Gesso is the primer coat applied to surfaces (e.g., raw canvas, paper, board, wood) and prepare them to receive and hold paint. Traditional gesso, which is used in oil painting, is made of white pigment, gypsum, and adhesive. Acrylic gesso is made of water-soluble acrylic polymer emulsion, white pigment, and fillers (e.g. chalk or silica). Gessoes give tooth and absorbency to the surface to ensure proper adhesion and reduce the risks of cracking, flaking, or peeling. The gesso dries to create a flexible, durable, and adhesive ground that is suitable for most water-soluble media.
Acrylic gesso comes in white, clear, carbon black, and a variety of colours. The texture, fluidity, opacity, and coverage of acrylic gesso in the market may vary according to grades and brands. If applied correctly, acrylic gesso is an acceptable ground for oil paint; however, there are ongoing discussions (due to lack of data) on how the use of acrylic gesso with oil paints may impact the ageing process. Acrylic polymer emulsion has been used in the manufacture of artist materials only since the 1950s; therefore, there is insufficient data to determine, in particular, the following concerns: oil penetration to the substrate, discolouration, lack of adhesion, and cracking.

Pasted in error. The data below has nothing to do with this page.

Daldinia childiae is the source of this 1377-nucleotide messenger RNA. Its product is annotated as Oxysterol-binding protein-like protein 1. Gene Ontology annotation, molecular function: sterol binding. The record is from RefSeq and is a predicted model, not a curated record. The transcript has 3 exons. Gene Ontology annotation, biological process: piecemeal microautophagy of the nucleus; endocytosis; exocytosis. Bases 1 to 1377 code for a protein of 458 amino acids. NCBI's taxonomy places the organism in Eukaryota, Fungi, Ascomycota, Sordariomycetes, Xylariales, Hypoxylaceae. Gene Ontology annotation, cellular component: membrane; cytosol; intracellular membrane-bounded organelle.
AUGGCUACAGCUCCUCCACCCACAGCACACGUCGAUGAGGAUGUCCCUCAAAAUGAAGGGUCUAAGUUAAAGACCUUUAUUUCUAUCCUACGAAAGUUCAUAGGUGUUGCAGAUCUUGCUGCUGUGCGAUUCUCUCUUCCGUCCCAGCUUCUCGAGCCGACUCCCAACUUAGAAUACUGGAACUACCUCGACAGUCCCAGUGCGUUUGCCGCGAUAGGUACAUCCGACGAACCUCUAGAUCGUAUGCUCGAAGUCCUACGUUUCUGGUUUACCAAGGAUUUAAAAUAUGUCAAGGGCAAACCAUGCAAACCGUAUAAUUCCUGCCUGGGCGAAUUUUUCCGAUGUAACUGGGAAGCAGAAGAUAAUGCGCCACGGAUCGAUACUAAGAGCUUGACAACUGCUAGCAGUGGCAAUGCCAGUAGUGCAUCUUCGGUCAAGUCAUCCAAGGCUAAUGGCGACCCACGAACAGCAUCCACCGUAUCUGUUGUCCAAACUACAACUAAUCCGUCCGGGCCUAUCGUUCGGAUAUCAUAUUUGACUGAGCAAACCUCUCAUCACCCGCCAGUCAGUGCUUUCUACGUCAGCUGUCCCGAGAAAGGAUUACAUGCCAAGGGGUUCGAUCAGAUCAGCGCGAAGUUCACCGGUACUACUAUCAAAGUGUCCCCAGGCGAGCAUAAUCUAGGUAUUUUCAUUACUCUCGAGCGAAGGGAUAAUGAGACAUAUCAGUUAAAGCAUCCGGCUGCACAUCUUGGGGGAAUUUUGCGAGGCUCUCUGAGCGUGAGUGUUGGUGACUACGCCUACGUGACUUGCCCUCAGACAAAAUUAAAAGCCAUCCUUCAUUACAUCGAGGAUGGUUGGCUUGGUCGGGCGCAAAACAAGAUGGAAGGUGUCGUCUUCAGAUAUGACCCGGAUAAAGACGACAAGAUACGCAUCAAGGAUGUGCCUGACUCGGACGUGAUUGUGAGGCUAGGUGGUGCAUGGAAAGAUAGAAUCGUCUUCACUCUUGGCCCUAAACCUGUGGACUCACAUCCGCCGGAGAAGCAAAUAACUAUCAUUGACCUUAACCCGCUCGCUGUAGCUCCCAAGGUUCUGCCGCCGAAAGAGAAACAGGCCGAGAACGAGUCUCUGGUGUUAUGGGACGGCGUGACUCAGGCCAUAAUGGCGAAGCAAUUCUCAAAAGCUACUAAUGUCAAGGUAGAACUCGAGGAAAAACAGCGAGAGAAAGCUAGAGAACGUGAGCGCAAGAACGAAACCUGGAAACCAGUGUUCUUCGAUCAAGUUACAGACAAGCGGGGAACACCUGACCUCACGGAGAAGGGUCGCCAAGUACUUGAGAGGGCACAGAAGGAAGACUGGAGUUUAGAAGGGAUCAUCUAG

Acrylic gesso is intended to be used with acrylic paints, casein, and egg tempera; it's not suitable for watercolours or gouache; it does not have sufficient absorbency for adhesion and will cause lifting when blending and layering. There are specially formulated acrylic-based grounds for watercolour and gouache.